The vote-counting debacle surrounding last week’s Iowa Democratic caucuses has resulted in much hand wringing and finger pointing.
Already, pundits are calling for Iowa to be stripped of this privilege – a scenario that would be a costly shame.
The total economic impact of the caucuses is hard to quantify, but at least one host community has tried. Catch Des Moines, the metro area’s convention and visitor’s bureau, predicted the 2020 Iowa caucuses would generate $11.3 million in economic impact for the city in the week leading up to the caucus. The organization further estimated the city garnered $228 million advertising value equivalency (AVE) from 2,400 mentions of Des Moines in articles about the Iowa caucus from major news sources since Jan. 1, 2019.
“The value of rolling out the red carpet and hosting campaign staff, political tourists and media covering the Iowa caucuses cannot be overstated,” said Greg Edwards, president and CEO of Catch Des Moines, in a press release. “And it’s not just the money. The media get to experience Des Moines for the culturally rich, welcoming destination that we know it to be. We see the caucus as not just a showcase for the candidates, but a showcase for our community.”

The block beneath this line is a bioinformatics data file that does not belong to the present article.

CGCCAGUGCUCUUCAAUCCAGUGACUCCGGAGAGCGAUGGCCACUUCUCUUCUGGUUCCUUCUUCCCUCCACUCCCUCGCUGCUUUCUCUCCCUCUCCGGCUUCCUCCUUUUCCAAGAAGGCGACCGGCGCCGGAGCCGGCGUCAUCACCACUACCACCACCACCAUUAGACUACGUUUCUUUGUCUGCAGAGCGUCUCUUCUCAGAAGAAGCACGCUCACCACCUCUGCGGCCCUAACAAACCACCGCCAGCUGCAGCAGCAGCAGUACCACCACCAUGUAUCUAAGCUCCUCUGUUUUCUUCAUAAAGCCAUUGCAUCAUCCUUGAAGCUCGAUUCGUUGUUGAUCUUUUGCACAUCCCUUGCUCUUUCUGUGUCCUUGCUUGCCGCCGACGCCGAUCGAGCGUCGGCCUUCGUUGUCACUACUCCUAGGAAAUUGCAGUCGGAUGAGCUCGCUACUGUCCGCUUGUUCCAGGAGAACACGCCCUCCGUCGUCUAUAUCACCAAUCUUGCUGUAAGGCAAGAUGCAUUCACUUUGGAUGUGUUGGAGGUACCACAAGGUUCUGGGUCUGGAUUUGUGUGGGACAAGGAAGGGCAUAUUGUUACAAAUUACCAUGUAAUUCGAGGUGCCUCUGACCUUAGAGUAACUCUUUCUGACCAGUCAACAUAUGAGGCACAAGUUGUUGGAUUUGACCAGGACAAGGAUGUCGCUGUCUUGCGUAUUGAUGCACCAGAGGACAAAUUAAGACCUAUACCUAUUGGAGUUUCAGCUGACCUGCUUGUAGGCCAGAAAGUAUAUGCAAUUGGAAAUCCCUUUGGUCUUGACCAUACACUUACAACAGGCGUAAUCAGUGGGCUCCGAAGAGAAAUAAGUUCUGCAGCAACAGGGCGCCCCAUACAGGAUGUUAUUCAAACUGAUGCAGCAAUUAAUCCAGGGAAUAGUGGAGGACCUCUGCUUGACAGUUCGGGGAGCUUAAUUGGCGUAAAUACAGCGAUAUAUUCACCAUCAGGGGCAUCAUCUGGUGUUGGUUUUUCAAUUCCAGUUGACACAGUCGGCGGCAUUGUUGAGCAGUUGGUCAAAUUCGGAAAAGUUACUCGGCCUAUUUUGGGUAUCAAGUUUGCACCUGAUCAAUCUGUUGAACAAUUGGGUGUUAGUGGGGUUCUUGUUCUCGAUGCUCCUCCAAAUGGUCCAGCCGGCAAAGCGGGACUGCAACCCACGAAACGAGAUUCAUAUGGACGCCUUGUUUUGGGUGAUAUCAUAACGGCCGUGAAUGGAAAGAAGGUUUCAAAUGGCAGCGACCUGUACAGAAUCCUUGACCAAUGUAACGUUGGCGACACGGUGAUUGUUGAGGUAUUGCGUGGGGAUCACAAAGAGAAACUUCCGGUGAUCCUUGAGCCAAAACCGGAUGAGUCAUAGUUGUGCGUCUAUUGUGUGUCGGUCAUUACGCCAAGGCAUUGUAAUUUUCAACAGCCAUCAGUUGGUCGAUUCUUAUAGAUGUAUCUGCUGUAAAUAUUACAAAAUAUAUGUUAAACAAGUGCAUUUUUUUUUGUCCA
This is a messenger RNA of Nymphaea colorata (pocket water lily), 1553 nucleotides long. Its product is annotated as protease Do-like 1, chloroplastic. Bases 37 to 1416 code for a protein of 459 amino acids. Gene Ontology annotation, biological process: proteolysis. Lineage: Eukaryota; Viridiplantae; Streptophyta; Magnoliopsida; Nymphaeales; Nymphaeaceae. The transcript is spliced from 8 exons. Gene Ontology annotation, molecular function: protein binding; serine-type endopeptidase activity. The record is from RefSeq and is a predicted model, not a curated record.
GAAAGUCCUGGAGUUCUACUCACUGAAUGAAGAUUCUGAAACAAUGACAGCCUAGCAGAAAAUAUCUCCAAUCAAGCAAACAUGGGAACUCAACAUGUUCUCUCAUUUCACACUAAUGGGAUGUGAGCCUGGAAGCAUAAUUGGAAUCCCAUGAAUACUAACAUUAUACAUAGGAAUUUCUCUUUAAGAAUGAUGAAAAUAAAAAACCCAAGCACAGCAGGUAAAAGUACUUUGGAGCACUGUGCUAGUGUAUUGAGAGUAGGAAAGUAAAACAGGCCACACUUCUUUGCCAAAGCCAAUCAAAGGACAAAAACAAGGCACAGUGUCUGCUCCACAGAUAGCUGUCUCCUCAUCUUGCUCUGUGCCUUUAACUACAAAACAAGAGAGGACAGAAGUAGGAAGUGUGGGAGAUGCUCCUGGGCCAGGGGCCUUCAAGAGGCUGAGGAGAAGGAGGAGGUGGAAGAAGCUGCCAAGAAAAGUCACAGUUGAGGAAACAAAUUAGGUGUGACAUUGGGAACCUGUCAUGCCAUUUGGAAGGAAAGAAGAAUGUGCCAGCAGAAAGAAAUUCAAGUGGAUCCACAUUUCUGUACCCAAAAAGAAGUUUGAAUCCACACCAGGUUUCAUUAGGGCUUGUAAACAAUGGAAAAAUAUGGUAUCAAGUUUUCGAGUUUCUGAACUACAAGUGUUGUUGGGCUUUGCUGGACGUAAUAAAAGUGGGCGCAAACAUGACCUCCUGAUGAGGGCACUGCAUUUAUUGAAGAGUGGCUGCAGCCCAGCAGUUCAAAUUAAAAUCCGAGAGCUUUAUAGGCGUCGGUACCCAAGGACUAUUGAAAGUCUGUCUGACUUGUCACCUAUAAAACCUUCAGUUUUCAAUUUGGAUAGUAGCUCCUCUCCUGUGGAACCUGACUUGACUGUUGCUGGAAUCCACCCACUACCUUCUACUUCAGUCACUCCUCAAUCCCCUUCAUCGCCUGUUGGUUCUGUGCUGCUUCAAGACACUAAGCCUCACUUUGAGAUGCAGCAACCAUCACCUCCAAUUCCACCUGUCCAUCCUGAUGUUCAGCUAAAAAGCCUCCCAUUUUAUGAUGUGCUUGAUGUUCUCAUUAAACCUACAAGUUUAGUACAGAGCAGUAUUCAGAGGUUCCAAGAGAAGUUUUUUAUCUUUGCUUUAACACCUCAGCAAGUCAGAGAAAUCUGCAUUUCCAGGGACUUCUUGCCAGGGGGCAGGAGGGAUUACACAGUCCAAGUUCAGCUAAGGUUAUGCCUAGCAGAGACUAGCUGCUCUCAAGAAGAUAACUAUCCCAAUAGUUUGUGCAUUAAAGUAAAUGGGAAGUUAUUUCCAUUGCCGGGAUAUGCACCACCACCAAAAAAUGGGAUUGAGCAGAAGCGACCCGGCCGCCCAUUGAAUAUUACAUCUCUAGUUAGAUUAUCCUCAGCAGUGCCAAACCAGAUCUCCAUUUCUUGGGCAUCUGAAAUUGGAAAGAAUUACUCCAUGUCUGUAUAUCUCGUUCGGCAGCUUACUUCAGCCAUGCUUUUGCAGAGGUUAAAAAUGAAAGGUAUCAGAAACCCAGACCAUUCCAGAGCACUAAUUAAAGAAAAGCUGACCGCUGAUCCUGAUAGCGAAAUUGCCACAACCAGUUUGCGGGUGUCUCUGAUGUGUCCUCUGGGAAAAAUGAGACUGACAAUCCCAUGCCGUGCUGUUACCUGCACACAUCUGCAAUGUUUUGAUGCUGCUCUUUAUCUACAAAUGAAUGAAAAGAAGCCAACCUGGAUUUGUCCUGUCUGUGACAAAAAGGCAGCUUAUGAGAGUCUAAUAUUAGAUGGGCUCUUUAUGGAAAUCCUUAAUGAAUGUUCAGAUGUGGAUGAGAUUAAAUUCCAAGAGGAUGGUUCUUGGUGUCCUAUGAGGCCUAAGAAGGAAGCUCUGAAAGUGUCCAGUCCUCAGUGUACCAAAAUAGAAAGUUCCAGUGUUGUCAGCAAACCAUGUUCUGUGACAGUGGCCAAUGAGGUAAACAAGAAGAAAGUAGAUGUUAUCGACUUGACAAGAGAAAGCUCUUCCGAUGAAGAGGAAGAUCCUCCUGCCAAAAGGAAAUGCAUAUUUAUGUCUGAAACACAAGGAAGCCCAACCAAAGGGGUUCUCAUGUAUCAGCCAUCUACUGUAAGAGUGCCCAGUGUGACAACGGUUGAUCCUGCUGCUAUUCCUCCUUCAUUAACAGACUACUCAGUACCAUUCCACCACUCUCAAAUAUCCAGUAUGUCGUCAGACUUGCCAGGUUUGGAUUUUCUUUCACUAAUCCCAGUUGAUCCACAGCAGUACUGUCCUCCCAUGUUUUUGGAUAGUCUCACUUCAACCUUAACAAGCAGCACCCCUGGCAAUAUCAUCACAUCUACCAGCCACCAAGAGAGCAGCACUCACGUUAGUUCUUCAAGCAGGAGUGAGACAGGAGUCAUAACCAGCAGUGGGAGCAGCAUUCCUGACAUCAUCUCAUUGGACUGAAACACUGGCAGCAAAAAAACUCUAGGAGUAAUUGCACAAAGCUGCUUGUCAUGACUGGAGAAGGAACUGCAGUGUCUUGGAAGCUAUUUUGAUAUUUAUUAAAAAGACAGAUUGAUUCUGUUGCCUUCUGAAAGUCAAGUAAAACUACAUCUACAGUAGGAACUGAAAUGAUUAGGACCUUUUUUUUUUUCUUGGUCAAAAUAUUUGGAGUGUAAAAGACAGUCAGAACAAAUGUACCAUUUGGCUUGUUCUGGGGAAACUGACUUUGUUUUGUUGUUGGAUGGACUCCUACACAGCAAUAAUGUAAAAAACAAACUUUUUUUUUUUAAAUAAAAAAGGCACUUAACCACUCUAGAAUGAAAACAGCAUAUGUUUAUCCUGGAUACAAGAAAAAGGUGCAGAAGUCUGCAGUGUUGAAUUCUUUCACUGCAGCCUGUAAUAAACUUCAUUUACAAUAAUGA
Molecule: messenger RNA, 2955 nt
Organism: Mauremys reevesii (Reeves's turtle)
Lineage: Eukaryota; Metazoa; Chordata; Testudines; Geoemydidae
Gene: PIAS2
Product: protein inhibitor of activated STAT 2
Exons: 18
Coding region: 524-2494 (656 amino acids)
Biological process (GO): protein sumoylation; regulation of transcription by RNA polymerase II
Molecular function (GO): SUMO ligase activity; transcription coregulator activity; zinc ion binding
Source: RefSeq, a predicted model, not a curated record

Although Des Moines is ground zero for the caucus media attention, it is still only one Iowa city out of the many visited by presidential candidates every four years.
Just look at the impact of a single business, RAYGUN.
“It would honestly be hard for me to imagine RAYGUN without the caucuses. In the four days leading up to the 2016 caucuses, we did 54 different interviews with media from all over the world. The attention gained and connections made are one of the biggest drivers in expanding our national appeal,” said founder and owner Mike Draper. “January is normally a quiet month in retail, and we see a 30-40% spike in business because of all the traffic.”
Lodging, dining, printing and the ever-growing media spend, particularly for Iowa television and radio station time, are significant.
Having that go away would cause a budgetary challenge for many of those businesses.
The biggest impact of the caucuses has been the unquantifiable political clout and the subsequent largesse that has come our way over the past several decades. We’ve had an outsized influence on issues, particularly on trade and biofuels, that have transformed the rural economy.
Presidential candidates have listened more carefully to Iowa than most other states. Without the Iowa caucuses, that could be gone.
It’s uncertain if we will lose our first-in-the-nation status. That will be determined after the election is over.
We are hopeful that our elected state and federal officials, in conjunction with every Iowa business, agriculture and economic development organization, will start devising a bipartisan strategy to preserve our first-in-the-nation status. It might take that amount of coordination and strategy, because the impact of losing that status is difficult to comprehend. •